Time Blender

Time BlenderTime Blender by Michael Dorn, Hilary Hemingway, and Jeffry P. Lindsay
HarperPrism, 1997
Price I paid: $2.95


Archeologist [sic] Tony Miller was a skeptic. He had heard the stories about the remote volcanic island where ships and planes disappeared. But as a scientist, Miller needed proof, not rumors.

So he flew over the island, and saw for himself the million-year horror that waited inside the crater.

Just before his seaplane’s engine stopped…


Millions of fans know Michael Dorn as Star Trek’s unforgettable “Worf.” Now let Dorn take you on a journey of discovery in this gripping tale of an archeologist [sic] who uncovers the most awesome secret in the universe!

Hello, and welcome back to our semi-regular feature, “Books by people who were on Star Trek.

So a thing about this book is that I didn’t want it to be bad. I love Michael Dorn. Everything I’ve read about the man indicates that he is just plain awesome, above and beyond what you’d expect from someone who has had more appearances in the Star Trek franchise than anybody else and makes no secret that he absolutely loves being Worf. He’s an accomplished pilot. He’s a great voice actor. He’s an all-around cool guy.

But, as it turns out, he can’t write books. Sorry, Mr. Dorn. I still love you.

I’m not sure how much blame I can put on Dorn for this. After all, the book had two co-writers, even though neither side of the cover of this book says anything about that. You have to dig deep, just past the copyright page, to see that this book was co-written (which probably means entirely written) by a pair of pretty interesting people: Hilary Hemingway, who is Ernest Hemingway’s niece, and Jeffry P. Lindsay, the guy who wrote (Writes? Is that series over?) the Dexter books.

As much as I’d like to rave and rant in either direction, this book comes out squarely in the mediocre zone. It’s not a bad story. Our hero, Tony Miller, whose profession is misspelled twice on the back jacket, is an okay guy. Maybe a little too okay to be interesting, but he’s not a complete Mary Sue, so I’m willing to grant some points there. He’s also got some agency even in a plot that might warrant having a main character being bounced around contributing nothing, so that’s good too. I was plenty impressed.

Tony is a college professor, and we learn on page one that he is

Tall, hard-looking for an academic, black, and handsome…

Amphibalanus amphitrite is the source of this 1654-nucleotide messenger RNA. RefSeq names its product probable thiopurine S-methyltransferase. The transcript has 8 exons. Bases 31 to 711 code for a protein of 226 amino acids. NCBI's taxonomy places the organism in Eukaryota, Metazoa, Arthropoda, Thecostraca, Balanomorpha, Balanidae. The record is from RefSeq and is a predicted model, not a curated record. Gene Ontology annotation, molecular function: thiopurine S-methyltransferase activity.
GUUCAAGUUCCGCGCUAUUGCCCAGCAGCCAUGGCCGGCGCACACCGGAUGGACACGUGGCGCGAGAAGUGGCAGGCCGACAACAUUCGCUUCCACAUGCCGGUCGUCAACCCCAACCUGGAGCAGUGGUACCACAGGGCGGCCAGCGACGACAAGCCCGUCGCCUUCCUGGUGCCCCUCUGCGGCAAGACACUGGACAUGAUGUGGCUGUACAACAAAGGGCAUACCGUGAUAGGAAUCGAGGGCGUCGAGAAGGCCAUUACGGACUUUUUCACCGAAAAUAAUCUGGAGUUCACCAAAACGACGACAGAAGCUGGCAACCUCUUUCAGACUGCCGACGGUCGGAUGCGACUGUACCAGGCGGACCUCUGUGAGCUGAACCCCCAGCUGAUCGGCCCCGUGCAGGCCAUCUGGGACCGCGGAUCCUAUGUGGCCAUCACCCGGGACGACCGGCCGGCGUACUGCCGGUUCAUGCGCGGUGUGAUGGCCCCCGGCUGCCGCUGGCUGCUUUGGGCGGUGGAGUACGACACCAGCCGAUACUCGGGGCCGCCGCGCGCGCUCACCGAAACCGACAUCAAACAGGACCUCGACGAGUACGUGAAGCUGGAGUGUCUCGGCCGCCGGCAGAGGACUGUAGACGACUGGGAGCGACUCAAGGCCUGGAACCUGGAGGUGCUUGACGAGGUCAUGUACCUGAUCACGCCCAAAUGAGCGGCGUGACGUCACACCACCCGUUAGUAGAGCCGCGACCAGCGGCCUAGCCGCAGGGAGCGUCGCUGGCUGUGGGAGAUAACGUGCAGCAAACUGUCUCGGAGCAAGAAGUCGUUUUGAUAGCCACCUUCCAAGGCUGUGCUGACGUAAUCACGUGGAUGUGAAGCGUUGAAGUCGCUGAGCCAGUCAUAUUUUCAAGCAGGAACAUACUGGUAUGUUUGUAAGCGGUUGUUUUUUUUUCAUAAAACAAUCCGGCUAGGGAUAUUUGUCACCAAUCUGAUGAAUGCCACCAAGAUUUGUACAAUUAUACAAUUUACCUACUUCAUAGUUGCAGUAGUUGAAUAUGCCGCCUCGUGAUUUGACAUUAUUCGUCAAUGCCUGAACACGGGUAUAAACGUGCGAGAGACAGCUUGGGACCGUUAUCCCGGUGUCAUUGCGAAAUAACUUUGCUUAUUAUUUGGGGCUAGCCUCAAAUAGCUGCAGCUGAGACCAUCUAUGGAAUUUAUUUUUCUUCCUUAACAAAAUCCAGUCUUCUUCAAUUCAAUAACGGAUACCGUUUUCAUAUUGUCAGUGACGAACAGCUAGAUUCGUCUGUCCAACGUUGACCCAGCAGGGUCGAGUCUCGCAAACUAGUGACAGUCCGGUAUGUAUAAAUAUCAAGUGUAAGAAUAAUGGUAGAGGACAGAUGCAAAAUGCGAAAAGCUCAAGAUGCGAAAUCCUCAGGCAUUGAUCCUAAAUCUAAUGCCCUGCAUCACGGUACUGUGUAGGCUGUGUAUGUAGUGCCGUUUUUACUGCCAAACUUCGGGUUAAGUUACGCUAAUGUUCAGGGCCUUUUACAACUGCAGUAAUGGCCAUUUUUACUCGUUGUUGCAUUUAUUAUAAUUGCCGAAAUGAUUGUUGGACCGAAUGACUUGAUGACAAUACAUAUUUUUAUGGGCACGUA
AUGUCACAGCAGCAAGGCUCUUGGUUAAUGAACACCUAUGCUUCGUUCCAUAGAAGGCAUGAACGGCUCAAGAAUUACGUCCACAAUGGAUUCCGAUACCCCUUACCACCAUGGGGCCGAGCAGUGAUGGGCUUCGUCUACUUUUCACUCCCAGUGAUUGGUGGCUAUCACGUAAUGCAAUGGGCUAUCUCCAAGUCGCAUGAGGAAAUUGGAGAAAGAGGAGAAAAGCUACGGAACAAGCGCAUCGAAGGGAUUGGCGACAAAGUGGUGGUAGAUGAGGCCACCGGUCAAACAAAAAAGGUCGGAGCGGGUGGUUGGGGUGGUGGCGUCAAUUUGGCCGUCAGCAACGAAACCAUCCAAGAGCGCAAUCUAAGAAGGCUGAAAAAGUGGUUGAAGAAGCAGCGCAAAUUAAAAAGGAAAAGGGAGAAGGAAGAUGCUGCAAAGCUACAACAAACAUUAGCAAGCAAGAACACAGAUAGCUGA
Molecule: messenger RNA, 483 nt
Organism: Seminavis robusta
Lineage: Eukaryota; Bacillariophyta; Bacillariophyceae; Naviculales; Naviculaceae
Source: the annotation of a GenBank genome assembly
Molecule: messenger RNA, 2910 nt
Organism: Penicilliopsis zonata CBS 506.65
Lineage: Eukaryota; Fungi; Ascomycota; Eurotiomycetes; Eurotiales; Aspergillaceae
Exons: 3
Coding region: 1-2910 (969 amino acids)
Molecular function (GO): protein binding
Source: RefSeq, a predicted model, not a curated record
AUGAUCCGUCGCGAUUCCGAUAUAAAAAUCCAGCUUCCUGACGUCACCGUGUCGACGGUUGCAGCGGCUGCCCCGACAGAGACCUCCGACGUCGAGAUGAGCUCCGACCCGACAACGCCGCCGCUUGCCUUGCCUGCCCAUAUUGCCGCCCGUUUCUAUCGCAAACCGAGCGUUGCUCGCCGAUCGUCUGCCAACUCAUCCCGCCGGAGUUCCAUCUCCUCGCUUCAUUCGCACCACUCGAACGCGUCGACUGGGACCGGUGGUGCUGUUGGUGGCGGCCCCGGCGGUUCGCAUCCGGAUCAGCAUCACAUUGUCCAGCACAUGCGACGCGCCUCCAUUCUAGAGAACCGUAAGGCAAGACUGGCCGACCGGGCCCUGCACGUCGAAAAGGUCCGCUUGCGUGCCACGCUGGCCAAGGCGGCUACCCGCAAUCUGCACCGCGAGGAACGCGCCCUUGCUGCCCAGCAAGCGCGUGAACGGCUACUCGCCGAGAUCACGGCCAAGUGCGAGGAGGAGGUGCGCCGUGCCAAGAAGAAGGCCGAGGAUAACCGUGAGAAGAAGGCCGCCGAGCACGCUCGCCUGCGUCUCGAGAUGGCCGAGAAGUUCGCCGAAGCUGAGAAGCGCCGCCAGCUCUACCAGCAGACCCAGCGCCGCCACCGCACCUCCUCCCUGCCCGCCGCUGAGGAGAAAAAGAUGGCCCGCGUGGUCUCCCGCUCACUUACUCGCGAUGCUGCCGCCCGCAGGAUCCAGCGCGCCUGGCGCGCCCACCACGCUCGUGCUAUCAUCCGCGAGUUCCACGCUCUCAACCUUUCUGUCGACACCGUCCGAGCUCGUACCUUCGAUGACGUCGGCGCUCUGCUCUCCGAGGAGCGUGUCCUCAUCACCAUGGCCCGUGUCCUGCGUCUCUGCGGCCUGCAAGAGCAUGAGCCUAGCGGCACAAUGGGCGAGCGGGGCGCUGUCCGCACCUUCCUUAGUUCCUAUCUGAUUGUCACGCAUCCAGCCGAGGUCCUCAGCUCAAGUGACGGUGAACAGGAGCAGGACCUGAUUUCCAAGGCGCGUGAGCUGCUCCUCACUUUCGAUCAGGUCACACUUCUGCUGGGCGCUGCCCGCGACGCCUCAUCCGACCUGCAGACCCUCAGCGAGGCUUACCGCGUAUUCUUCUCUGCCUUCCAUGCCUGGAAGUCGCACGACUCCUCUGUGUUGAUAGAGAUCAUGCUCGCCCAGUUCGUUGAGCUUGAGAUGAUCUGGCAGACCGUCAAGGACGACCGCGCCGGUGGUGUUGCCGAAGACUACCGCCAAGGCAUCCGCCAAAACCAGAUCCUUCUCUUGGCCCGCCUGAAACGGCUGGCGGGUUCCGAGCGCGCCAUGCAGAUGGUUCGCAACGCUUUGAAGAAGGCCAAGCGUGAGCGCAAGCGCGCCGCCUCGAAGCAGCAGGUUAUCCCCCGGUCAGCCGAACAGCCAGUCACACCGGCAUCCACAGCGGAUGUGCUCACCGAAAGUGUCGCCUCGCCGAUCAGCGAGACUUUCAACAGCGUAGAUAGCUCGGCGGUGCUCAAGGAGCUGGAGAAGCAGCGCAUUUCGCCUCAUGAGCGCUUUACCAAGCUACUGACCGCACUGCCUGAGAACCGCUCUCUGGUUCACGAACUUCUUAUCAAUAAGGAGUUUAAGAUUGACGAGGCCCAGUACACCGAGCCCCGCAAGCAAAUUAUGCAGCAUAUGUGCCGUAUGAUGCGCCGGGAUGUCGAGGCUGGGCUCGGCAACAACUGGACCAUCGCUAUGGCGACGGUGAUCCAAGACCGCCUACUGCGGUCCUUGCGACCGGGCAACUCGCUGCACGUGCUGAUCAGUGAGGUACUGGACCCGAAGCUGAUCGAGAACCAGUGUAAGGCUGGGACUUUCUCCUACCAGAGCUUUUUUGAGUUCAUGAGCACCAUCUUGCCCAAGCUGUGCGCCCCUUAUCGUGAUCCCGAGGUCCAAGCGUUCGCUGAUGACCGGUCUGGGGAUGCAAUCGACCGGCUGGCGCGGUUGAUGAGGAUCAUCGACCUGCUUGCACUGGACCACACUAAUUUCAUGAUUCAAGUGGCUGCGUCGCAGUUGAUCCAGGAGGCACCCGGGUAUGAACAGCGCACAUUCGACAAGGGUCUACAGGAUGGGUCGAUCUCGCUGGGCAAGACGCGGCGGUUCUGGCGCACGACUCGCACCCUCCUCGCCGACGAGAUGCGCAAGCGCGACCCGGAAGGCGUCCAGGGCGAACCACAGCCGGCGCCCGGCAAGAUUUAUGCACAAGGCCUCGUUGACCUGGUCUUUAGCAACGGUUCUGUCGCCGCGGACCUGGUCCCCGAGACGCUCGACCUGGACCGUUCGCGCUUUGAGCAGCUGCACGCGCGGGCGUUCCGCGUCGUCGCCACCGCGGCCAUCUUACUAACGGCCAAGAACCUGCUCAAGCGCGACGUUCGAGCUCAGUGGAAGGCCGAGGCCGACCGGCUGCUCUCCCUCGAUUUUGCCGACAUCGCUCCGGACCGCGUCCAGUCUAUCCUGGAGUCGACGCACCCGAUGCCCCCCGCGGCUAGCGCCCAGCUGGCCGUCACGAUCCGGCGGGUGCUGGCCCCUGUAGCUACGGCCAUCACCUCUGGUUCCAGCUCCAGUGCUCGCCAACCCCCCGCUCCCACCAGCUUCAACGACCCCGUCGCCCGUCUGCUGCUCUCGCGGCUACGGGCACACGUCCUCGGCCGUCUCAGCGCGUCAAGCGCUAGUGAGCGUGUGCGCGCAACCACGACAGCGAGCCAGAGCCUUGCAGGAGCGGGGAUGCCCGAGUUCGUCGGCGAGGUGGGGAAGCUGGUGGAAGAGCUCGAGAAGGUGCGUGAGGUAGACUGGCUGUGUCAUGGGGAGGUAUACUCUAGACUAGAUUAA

He’s also keen on tai chi, and an accomplished pilot.

Can I get a show of hands here? Who thinks that this guy is basically just Michael Dorn, archaeologist? Everybody? Good.

Tony starts the story doing an archaeological dig on some random island in the Pacific. That’s mainly what he archaeologizes, although he’s smart enough on basically every culture that it helps him out throughout the book.

I said he wasn’t a Mary Sue, and I stand by that, but sometimes he comes a bit too close for comfort. He generally knows just enough about something to make sure that the plot keeps rolling along. When he meets some strange vaguely-Pacific-Islander people at one point, he’s able to figure out enough of their language to figure out what’s going on. The same thing happens when he meets a mysterious Celtic lady. One gets the feeling that the authors were thinking to themselves “We can’t make this guy know everything, but I think it’s acceptable for him to know just enough of everything to a) be impressive and b) not get his head bashed in and stop the book from finishing too early.”

Tony shares this dig with a colleague named Cook. At some point there’s a tsunami (which the book helpfully tells us is another name for a tidal wave) and the dig site is lost. Cook is injured and Tony tries to load him onto a plane to take him to the nearest island with a hospital on it. That’s when things start going waaaacky.

Cook wakes up and starts talking all funny, like a robot or something. Tony thinks he’s just suffered a head injury and that explains it, but here is where the groan-inducing part of this book starts.

This is a feature of bad writing that I’d never really thought about until recently, when it cropped up in a thread on the writers’ subreddit. Somebody, and I wish I could find that thread and give them proper credit, was talking about “cheap tricks” writers use for one reason or another. This one was brought up, and boy is this book just infected with it.

We need to establish that our hero is confused, right? Weird things are going on, and we can’t have him just accept them for what they are, because that might make him seem a little superhuman, right? It makes sense. So what do we do?

For some writers, the answer to that question is “Lots and lots of questions in internal monologue.” Let me make up an example using our friend Steve:

Suddenly, the W’uron vessel disappeared from the screen and was replaced by empty space.

What’s going on here? thought Steve. That ship was just there. Is it possible for ships like that to just disappear? What about the hyperspace field? That can’t just dissipate like that. What was it that Charlene said back on Ursa Prime? Could that cryptic comment she made be applicable here? Or was she just crazy? Isn’t this a little too similar to that episode of The Simpsons I watched last night? Could that have anything to do with it? Was that meant to be some kind of prophecy? Or am I just going crazy?

And on and on and on and on and so forth until the sun explodes.

I swear, just about every incident in this book is succeeded by at least two paragraphs of questions like that. This is a problem. For one, it becomes apparent that somebody, somewhere, might well be trying to take up some space around a barebones plot. Maybe they’re being paid by the word. And for two, it makes our hero seem really freaking dense a lot of the time.

Once I figured out that this was going on, I realized I could skip whole paragraphs with no problem. It sped things up in a book that was already speeding along pretty well, but this also goes to show how much this kind of thing will break up the pacing in your book. Just don’t do it, guys.